NSA surveillance has raised concerns among customers globally about the safety of their data from the US government spying. More organizations, companies and countries are looking for ways to distant themselves from the NSA activities to safeguard the information of internet users.
IBM is the latest to fall into the category of companies that do not want to be associated with the NSA spy activities whatsoever. IBM said it has not provided client data to the U.S National Security Agency or any other government programs surveying the internet and collecting bulk content and metadata.
According to a report by think tank Information Technology & Innovation Foundation, the U.S. cloud computing industry risks losing between US$22 Billion and $35 billion of its foreign market over the next three years to competitors abroad, following the NSA programs revelations.
Former NSA contractor, Edward Snowden, claimed through disclosures to newspapers that several internet companies were providing NSA surveillance programs with real-time access to the content on their servers. According to reports, has secretly broken into the main communications connecting the Google and Yahoo datacenters globally.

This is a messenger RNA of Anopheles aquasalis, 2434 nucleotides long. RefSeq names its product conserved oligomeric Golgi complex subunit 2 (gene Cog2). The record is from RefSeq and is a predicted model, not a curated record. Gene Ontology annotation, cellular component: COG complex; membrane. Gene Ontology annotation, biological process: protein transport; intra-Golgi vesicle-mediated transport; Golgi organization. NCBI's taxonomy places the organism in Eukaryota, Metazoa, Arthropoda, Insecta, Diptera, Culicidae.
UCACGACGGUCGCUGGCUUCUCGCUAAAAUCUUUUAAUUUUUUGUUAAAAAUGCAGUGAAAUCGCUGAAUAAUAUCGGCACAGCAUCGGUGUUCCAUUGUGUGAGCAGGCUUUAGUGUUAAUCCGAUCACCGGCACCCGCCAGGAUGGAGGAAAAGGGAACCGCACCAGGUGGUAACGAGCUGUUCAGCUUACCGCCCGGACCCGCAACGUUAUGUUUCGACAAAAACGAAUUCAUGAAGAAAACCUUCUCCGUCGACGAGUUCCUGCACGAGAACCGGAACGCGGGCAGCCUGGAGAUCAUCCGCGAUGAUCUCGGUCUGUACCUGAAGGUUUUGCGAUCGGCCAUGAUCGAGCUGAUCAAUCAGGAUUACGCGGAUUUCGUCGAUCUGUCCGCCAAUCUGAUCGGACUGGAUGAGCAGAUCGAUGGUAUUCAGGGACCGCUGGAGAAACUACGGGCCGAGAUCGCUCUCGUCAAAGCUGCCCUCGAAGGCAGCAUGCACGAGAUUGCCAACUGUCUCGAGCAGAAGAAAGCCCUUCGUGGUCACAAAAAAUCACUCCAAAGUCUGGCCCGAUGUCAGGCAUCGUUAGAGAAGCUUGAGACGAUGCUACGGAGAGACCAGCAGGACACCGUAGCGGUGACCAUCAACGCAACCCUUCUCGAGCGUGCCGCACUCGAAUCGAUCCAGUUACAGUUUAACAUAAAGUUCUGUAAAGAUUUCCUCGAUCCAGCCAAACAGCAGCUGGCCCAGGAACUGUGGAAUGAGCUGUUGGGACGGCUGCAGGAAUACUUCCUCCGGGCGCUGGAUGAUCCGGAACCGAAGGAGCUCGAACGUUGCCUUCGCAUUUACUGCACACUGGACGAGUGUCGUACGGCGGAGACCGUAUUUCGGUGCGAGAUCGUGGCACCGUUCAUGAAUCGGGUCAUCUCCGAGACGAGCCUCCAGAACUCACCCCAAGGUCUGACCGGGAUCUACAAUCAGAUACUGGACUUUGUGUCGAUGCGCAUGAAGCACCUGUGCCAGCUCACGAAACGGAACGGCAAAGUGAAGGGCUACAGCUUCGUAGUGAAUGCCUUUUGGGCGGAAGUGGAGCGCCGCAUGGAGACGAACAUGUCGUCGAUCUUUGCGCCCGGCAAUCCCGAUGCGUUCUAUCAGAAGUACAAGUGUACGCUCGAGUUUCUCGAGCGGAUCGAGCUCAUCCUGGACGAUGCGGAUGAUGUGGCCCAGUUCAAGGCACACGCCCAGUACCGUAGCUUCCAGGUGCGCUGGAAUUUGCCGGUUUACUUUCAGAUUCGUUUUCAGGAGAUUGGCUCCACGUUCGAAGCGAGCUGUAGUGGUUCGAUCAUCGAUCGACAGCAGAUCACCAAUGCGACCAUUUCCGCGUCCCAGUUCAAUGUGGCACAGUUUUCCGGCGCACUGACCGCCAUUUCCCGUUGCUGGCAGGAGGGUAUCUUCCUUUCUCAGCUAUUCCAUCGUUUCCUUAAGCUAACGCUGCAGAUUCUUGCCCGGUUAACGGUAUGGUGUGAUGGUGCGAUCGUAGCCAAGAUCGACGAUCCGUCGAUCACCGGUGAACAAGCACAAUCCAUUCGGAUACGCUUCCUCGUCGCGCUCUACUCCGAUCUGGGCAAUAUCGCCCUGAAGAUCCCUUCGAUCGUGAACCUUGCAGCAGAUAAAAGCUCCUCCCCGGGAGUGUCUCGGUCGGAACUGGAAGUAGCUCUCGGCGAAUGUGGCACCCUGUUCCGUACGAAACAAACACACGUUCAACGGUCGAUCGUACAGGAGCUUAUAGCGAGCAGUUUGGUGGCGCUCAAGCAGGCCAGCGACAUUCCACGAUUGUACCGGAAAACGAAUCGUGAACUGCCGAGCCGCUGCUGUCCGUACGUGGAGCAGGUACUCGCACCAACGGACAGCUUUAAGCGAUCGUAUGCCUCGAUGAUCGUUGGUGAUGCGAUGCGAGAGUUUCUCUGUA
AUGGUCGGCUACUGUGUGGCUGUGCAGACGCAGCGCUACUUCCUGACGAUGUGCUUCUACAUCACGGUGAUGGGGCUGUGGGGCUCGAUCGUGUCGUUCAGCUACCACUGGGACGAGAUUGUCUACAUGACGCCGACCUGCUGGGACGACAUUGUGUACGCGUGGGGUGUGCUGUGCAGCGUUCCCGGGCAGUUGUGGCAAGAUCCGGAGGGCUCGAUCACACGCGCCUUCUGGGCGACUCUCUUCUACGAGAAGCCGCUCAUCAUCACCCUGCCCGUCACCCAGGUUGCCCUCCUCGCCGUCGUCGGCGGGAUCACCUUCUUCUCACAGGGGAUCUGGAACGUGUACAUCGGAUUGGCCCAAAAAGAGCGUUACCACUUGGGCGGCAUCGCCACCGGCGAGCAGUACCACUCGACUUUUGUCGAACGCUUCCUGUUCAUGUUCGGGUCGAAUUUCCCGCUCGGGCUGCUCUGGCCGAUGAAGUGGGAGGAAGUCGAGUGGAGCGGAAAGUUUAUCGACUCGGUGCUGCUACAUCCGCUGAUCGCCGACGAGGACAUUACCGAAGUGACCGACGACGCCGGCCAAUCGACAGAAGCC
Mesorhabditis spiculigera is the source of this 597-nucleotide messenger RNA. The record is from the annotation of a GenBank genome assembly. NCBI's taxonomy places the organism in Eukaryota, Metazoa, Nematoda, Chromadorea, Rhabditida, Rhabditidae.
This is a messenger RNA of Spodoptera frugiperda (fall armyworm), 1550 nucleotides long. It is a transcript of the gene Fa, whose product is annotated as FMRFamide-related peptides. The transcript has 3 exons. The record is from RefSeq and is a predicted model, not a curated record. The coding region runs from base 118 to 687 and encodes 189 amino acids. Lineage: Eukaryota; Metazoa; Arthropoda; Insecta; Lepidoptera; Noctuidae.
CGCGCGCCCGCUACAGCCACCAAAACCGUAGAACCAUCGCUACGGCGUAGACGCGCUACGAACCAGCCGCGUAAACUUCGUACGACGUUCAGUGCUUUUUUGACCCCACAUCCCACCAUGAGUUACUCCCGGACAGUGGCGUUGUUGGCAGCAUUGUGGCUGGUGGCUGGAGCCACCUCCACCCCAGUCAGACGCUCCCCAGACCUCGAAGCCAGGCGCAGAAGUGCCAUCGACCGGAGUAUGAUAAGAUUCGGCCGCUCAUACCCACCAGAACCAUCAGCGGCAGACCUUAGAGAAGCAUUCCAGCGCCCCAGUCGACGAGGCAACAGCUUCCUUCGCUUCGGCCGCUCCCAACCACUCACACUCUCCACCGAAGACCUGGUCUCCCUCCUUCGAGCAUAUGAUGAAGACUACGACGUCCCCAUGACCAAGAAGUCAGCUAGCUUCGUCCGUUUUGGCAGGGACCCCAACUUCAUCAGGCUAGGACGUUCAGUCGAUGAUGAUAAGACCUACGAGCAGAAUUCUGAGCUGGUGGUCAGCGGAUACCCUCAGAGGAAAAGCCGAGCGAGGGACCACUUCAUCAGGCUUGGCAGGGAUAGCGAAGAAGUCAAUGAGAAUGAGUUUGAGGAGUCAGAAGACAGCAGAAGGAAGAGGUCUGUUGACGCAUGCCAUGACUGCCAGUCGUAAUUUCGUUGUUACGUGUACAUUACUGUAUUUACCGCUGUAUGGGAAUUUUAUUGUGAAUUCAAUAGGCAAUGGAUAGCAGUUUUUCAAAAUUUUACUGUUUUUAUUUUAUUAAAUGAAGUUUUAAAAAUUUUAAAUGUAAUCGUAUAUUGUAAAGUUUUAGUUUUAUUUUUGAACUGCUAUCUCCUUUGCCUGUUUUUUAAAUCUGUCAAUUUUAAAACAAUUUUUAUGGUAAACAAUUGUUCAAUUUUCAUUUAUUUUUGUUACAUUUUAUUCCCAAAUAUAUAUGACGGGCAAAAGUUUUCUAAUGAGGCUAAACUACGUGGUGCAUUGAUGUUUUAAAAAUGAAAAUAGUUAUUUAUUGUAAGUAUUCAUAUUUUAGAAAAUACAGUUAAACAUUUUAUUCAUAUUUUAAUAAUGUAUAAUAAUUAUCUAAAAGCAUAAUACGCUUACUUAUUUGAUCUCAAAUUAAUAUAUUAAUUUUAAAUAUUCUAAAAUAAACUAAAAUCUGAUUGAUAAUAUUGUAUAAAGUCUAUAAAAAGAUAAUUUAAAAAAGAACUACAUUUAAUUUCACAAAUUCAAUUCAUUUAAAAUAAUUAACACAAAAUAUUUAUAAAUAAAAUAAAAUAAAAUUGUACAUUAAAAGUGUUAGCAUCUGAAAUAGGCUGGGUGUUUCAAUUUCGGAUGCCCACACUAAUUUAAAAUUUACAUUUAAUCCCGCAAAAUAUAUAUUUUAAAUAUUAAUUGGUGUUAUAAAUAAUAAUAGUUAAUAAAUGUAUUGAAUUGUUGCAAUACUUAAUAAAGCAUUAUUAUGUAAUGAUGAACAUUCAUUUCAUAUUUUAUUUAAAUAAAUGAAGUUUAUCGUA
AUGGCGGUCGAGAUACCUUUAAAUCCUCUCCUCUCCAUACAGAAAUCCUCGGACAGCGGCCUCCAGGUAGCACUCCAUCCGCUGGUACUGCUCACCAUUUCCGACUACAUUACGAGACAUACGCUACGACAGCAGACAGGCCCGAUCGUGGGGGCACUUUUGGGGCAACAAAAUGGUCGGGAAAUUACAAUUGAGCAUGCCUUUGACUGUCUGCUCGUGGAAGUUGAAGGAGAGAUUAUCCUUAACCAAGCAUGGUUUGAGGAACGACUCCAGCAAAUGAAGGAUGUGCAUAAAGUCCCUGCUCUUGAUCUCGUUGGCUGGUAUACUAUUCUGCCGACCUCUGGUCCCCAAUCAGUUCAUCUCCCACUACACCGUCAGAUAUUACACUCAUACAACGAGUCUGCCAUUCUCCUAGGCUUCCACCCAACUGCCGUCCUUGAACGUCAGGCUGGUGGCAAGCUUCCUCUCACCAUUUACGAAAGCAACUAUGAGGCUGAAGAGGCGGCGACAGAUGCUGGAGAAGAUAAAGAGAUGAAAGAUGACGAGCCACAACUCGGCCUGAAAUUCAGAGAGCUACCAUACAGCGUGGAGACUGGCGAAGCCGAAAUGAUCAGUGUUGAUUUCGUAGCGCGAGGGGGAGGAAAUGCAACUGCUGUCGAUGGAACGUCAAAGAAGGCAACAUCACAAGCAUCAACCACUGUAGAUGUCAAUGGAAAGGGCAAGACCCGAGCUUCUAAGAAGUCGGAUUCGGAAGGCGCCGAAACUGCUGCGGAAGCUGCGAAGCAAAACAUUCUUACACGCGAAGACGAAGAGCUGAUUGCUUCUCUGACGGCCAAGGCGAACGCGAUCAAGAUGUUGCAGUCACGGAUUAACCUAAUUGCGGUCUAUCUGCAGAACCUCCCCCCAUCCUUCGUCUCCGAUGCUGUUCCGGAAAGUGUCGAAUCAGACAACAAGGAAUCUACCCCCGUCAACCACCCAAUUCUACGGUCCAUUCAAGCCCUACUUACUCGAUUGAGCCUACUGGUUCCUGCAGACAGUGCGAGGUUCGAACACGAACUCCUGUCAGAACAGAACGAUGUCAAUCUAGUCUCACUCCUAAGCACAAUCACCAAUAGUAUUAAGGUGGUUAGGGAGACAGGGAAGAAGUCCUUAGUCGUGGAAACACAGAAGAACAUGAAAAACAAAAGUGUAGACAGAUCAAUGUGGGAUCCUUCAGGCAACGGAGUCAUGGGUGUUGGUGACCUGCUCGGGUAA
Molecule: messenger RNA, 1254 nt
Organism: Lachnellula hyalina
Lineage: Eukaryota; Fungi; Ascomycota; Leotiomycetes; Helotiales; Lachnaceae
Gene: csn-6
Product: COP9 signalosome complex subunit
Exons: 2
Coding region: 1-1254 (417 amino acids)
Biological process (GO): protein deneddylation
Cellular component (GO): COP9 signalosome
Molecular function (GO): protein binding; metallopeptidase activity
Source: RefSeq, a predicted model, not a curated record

IBM denied providing client data to NSA. It said it does not have backdoors in its products to provide software source code or encryption keys that the NSA for accessing client data. In a series of commitments to its customers IBM, through Robert C. Weber (Senior Vice President for Legal and Regulatory affairs, and general counsel) said, “in general, if a government wants access to data held by IBM on behalf of an enterprise client, we would expect that government to deal directly with that client.” The letter is also posted online.
IBM promised to challenge the U.S national security via court procedures if ordered to provide information and data from an enterprise client through a gag order which prohibits them from discussing the order with the client.